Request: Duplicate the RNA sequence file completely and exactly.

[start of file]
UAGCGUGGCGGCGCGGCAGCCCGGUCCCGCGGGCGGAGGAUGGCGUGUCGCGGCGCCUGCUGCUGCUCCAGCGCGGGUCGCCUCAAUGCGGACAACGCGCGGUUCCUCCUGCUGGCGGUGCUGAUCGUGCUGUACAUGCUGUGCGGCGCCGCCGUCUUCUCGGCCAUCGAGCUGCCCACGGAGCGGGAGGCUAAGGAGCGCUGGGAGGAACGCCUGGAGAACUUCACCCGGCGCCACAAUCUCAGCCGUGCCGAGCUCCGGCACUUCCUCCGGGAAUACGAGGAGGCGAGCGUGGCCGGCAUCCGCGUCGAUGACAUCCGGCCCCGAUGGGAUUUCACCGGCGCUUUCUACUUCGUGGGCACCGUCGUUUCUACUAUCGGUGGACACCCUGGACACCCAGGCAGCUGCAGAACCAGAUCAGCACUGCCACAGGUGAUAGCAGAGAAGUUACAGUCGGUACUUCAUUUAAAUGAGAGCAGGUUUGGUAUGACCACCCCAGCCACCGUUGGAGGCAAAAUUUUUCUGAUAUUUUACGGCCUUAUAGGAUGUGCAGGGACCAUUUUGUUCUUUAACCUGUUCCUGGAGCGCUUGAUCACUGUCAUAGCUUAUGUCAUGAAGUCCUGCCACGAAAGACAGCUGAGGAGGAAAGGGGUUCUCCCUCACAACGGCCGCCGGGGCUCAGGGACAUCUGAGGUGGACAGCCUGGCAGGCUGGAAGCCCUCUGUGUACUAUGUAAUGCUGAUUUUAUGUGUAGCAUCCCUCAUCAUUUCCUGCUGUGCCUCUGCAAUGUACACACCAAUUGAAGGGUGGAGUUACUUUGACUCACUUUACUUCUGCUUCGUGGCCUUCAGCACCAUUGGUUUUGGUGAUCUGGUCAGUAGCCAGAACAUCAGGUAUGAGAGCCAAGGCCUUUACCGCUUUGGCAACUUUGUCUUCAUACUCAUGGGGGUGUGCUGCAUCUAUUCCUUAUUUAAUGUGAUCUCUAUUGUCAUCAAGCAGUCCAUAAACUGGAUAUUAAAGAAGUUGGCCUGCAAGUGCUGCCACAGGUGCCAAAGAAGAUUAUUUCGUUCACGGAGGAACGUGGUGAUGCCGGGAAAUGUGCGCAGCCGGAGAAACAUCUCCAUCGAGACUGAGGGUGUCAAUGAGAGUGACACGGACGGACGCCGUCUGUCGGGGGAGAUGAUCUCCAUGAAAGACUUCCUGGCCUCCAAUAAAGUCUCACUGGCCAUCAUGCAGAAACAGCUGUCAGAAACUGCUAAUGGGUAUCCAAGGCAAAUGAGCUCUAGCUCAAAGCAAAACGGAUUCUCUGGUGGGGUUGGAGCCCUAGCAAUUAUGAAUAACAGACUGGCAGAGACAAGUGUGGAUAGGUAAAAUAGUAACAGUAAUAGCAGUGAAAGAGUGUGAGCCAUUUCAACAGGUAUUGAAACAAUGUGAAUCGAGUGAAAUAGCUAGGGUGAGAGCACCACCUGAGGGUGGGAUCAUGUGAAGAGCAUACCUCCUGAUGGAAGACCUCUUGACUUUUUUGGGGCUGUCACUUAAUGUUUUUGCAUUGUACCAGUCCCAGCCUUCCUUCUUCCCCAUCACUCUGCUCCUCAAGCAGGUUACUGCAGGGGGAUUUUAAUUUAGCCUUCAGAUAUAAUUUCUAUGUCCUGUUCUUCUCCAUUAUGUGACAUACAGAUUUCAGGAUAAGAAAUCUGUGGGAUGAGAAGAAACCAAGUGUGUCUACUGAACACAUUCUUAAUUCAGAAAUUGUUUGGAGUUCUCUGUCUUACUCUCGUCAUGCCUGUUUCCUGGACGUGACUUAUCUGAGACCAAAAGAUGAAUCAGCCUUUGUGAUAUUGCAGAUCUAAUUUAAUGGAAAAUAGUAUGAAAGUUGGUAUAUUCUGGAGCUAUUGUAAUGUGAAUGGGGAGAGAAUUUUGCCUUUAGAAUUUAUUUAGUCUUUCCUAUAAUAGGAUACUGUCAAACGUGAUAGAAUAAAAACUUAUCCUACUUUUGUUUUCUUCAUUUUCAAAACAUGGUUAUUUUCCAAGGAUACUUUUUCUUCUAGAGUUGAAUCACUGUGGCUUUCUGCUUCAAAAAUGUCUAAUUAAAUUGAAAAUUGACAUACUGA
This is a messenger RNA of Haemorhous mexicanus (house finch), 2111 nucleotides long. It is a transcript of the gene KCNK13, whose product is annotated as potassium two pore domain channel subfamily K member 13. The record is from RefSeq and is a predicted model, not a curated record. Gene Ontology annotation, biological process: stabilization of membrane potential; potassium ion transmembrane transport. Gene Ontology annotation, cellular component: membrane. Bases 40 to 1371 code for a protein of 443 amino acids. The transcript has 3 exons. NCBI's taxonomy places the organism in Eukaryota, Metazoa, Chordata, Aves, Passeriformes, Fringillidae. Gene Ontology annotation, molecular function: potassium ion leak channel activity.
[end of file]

UAGCGUGGCGGCGCGGCAGCCCGGUCCCGCGGGCGGAGGAUGGCGUGUCGCGGCGCCUGCUGCUGCUCCAGCGCGGGUCGCCUCAAUGCGGACAACGCGCGGUUCCUCCUGCUGGCGGUGCUGAUCGUGCUGUACAUGCUGUGCGGCGCCGCCGUCUUCUCGGCCAUCGAGCUGCCCACGGAGCGGGAGGCUAAGGAGCGCUGGGAGGAACGCCUGGAGAACUUCACCCGGCGCCACAAUCUCAGCCGUGCCGAGCUCCGGCACUUCCUCCGGGAAUACGAGGAGGCGAGCGUGGCCGGCAUCCGCGUCGAUGACAUCCGGCCCCGAUGGGAUUUCACCGGCGCUUUCUACUUCGUGGGCACCGUCGUUUCUACUAUCGGUGGACACCCUGGACACCCAGGCAGCUGCAGAACCAGAUCAGCACUGCCACAGGUGAUAGCAGAGAAGUUACAGUCGGUACUUCAUUUAAAUGAGAGCAGGUUUGGUAUGACCACCCCAGCCACCGUUGGAGGCAAAAUUUUUCUGAUAUUUUACGGCCUUAUAGGAUGUGCAGGGACCAUUUUGUUCUUUAACCUGUUCCUGGAGCGCUUGAUCACUGUCAUAGCUUAUGUCAUGAAGUCCUGCCACGAAAGACAGCUGAGGAGGAAAGGGGUUCUCCCUCACAACGGCCGCCGGGGCUCAGGGACAUCUGAGGUGGACAGCCUGGCAGGCUGGAAGCCCUCUGUGUACUAUGUAAUGCUGAUUUUAUGUGUAGCAUCCCUCAUCAUUUCCUGCUGUGCCUCUGCAAUGUACACACCAAUUGAAGGGUGGAGUUACUUUGACUCACUUUACUUCUGCUUCGUGGCCUUCAGCACCAUUGGUUUUGGUGAUCUGGUCAGUAGCCAGAACAUCAGGUAUGAGAGCCAAGGCCUUUACCGCUUUGGCAACUUUGUCUUCAUACUCAUGGGGGUGUGCUGCAUCUAUUCCUUAUUUAAUGUGAUCUCUAUUGUCAUCAAGCAGUCCAUAAACUGGAUAUUAAAGAAGUUGGCCUGCAAGUGCUGCCACAGGUGCCAAAGAAGAUUAUUUCGUUCACGGAGGAACGUGGUGAUGCCGGGAAAUGUGCGCAGCCGGAGAAACAUCUCCAUCGAGACUGAGGGUGUCAAUGAGAGUGACACGGACGGACGCCGUCUGUCGGGGGAGAUGAUCUCCAUGAAAGACUUCCUGGCCUCCAAUAAAGUCUCACUGGCCAUCAUGCAGAAACAGCUGUCAGAAACUGCUAAUGGGUAUCCAAGGCAAAUGAGCUCUAGCUCAAAGCAAAACGGAUUCUCUGGUGGGGUUGGAGCCCUAGCAAUUAUGAAUAACAGACUGGCAGAGACAAGUGUGGAUAGGUAAAAUAGUAACAGUAAUAGCAGUGAAAGAGUGUGAGCCAUUUCAACAGGUAUUGAAACAAUGUGAAUCGAGUGAAAUAGCUAGGGUGAGAGCACCACCUGAGGGUGGGAUCAUGUGAAGAGCAUACCUCCUGAUGGAAGACCUCUUGACUUUUUUGGGGCUGUCACUUAAUGUUUUUGCAUUGUACCAGUCCCAGCCUUCCUUCUUCCCCAUCACUCUGCUCCUCAAGCAGGUUACUGCAGGGGGAUUUUAAUUUAGCCUUCAGAUAUAAUUUCUAUGUCCUGUUCUUCUCCAUUAUGUGACAUACAGAUUUCAGGAUAAGAAAUCUGUGGGAUGAGAAGAAACCAAGUGUGUCUACUGAACACAUUCUUAAUUCAGAAAUUGUUUGGAGUUCUCUGUCUUACUCUCGUCAUGCCUGUUUCCUGGACGUGACUUAUCUGAGACCAAAAGAUGAAUCAGCCUUUGUGAUAUUGCAGAUCUAAUUUAAUGGAAAAUAGUAUGAAAGUUGGUAUAUUCUGGAGCUAUUGUAAUGUGAAUGGGGAGAGAAUUUUGCCUUUAGAAUUUAUUUAGUCUUUCCUAUAAUAGGAUACUGUCAAACGUGAUAGAAUAAAAACUUAUCCUACUUUUGUUUUCUUCAUUUUCAAAACAUGGUUAUUUUCCAAGGAUACUUUUUCUUCUAGAGUUGAAUCACUGUGGCUUUCUGCUUCAAAAAUGUCUAAUUAAAUUGAAAAUUGACAUACUGA
This is a messenger RNA of Haemorhous mexicanus (house finch), 2111 nucleotides long. It is a transcript of the gene KCNK13, whose product is annotated as potassium two pore domain channel subfamily K member 13. The record is from RefSeq and is a predicted model, not a curated record. Gene Ontology annotation, biological process: stabilization of membrane potential; potassium ion transmembrane transport. Gene Ontology annotation, cellular component: membrane. Bases 40 to 1371 code for a protein of 443 amino acids. The transcript has 3 exons. NCBI's taxonomy places the organism in Eukaryota, Metazoa, Chordata, Aves, Passeriformes, Fringillidae. Gene Ontology annotation, molecular function: potassium ion leak channel activity.